Money talks

Three oil and gas recruitment experts have their say on the findings from this year's Salary Survey

James Wilkinson is the MENA director for Eximus Group, which supplies expert talent to the energy, legal and financial services sectors.
James Wilkinson is the MENA director for Eximus Group, which supplies expert talent to the energy, legal and financial services sectors.

Oil & Gas Middle East: One of the main challenges for the oil and gas industry is its ageing workforce, and the relative lack of young employees being trained to replace them, leading to fills of a skills and knowledge gap in the years to come. Almost seven in ten (68.7%) respondents were aged 35 or over, reflecting the general trend. As specialist recruiters for the oil and gas industry, is this a problem you are also seeing, and how do you think the industry is addressing the issue?

James Wilkinson: Over the past five years in the Middle East, I believe we have seen a huge improvement with companies investing more into graduate schemes and training academies. The key issue in the Middle East is that while a lot of businesses are based here on a project or for an extended period of time, they are not committed to the region indefinitely as it is generally international businesses with head offices based overseas who have the bulk of the work. This seems to suit the Middle East well as many clients like dealing with the international businesses and the expertise they offer.

Mark Guest: The ageing workforce has been an ongoing issue for the industry since the last downturn, and what is happening at the moment is unlikely to help. When you have a downturn in price, what happens is that people leave the industry, and unfortunately those that do are often those who have the skills and would move upwards in normal circumstances. That obviously creates a skills gap and it becomes difficult to attract new people into the industry at the same time.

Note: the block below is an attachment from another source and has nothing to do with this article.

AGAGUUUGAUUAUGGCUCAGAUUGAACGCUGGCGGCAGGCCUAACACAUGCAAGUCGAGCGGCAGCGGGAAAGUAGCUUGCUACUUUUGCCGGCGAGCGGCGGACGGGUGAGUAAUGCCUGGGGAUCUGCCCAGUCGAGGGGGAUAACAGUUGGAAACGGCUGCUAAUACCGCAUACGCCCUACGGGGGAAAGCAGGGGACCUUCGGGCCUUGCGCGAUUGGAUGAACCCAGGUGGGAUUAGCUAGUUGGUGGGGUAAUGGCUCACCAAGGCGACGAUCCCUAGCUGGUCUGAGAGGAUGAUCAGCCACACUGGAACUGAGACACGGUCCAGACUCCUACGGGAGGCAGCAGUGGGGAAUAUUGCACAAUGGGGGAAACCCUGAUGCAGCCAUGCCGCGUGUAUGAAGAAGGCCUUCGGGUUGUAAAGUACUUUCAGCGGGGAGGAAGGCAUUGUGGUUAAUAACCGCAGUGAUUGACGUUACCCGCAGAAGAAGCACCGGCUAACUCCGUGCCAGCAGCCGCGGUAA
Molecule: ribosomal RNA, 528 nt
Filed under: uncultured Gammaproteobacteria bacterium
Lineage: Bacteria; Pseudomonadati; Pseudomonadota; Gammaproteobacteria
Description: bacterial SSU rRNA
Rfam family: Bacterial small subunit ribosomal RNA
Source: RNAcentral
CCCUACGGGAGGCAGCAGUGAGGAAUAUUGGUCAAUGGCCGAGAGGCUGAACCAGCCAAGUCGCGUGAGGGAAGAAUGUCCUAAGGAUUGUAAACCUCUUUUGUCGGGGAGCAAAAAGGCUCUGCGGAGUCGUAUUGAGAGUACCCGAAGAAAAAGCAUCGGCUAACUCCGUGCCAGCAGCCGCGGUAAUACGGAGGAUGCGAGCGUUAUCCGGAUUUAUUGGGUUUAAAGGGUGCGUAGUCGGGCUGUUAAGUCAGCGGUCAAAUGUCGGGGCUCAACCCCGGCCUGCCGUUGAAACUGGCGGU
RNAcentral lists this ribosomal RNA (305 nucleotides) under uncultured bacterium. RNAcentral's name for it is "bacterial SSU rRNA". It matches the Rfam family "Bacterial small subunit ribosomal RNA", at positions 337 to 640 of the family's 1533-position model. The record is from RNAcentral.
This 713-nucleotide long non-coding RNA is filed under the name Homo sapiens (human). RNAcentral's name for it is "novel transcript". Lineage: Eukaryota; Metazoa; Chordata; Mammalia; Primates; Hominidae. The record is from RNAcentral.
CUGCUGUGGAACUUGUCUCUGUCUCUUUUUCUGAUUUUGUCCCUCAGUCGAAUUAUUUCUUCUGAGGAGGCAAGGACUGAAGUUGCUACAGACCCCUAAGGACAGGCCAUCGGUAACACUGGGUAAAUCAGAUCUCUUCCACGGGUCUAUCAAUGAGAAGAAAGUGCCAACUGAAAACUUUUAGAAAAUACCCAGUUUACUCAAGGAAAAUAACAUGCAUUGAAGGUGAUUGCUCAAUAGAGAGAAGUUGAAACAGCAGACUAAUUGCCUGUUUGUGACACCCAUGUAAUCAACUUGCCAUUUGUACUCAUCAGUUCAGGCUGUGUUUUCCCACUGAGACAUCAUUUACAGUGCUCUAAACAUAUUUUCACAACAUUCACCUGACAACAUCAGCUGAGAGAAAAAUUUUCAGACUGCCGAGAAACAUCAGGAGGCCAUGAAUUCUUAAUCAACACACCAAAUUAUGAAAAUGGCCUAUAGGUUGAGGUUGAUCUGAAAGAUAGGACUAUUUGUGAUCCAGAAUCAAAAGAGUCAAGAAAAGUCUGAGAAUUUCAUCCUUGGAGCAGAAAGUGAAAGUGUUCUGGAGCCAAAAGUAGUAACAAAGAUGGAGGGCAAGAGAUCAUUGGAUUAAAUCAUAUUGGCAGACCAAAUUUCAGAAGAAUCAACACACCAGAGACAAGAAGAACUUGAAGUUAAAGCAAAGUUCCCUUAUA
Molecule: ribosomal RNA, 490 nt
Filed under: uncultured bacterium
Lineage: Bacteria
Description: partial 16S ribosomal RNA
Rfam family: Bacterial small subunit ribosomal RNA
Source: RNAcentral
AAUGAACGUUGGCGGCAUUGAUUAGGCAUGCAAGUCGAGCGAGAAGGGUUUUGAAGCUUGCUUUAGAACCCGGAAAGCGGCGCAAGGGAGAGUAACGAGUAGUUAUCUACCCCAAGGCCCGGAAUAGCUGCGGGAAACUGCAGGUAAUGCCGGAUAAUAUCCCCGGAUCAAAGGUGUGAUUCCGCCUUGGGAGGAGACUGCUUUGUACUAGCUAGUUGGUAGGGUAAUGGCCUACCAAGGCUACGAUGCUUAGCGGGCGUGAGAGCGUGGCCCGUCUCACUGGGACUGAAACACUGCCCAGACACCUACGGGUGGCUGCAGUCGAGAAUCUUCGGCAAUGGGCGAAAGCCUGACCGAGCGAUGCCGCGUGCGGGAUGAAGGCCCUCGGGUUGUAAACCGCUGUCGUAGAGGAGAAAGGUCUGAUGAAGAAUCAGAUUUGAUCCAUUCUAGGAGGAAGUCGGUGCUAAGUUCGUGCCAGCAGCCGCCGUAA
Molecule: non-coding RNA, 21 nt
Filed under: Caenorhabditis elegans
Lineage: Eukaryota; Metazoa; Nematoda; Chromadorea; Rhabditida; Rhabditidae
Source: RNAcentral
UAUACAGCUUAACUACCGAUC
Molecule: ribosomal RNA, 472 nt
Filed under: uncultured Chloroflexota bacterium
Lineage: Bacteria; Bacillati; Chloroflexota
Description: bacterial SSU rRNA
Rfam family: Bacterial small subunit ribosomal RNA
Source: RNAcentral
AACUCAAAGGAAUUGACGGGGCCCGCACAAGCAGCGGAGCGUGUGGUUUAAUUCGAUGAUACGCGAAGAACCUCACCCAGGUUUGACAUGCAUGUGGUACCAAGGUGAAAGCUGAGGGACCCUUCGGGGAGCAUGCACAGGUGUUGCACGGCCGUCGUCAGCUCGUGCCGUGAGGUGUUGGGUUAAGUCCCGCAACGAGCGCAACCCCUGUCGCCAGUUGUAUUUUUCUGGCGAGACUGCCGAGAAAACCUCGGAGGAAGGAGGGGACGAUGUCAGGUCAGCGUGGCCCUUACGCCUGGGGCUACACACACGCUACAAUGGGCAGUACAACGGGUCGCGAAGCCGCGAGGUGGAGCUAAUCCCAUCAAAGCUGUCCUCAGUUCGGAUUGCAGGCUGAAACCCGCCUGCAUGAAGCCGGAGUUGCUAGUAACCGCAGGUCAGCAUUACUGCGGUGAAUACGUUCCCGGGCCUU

We have to continue to think longer-term and talk about the positive aspects of the industry, to attract talent to the sector and persuade them it is one they can stay in long-term. As an industry, I don’t think we speak enough about the positive aspects and the good, positive work that is done. I think speaking about those things would help to make a difference.

Marlon Atreides: There are a number of factors which contribute to the skills gap across many verticals in oil and gas. Firstly, when the oil price drops as it has done periodically over the years, the volume of graduate recruitment slows down. Secondly, there is an ageing workforce who have a huge amount of experience and who have learnt a number of lessons from an operational environment. But putting that information into a manual or simulator does not translate into practical experience. In addition, schools and the energy companies need to collaborate to raise awareness.

O&G ME: Just one in ten respondents was female. How does this finding reflect with candidates who you are helping to find a role, and do you think enough is being done to make it an attractive sector for females to work in?

MG: I think that over the last ten years the industry has done a lot and part of that has to do with advances in technology; the old image of the roustabout covered in oil on a drilling rig or platform isn’t that realistic anymore. That ‘hard man’ is no longer as appropriate as it was in the 1970s and 80s. I think that message has got across, and women have realised there is a lot of opportunity in engineering. Look at Saudi Aramco, for example, they have a very positive programme to encourage female engineers. There are a lot of positive steps being made in this area – people are waking up to the fact that if it is not a manual job, there is absolutely no reason women shouldn’t be given the same opportunity as men.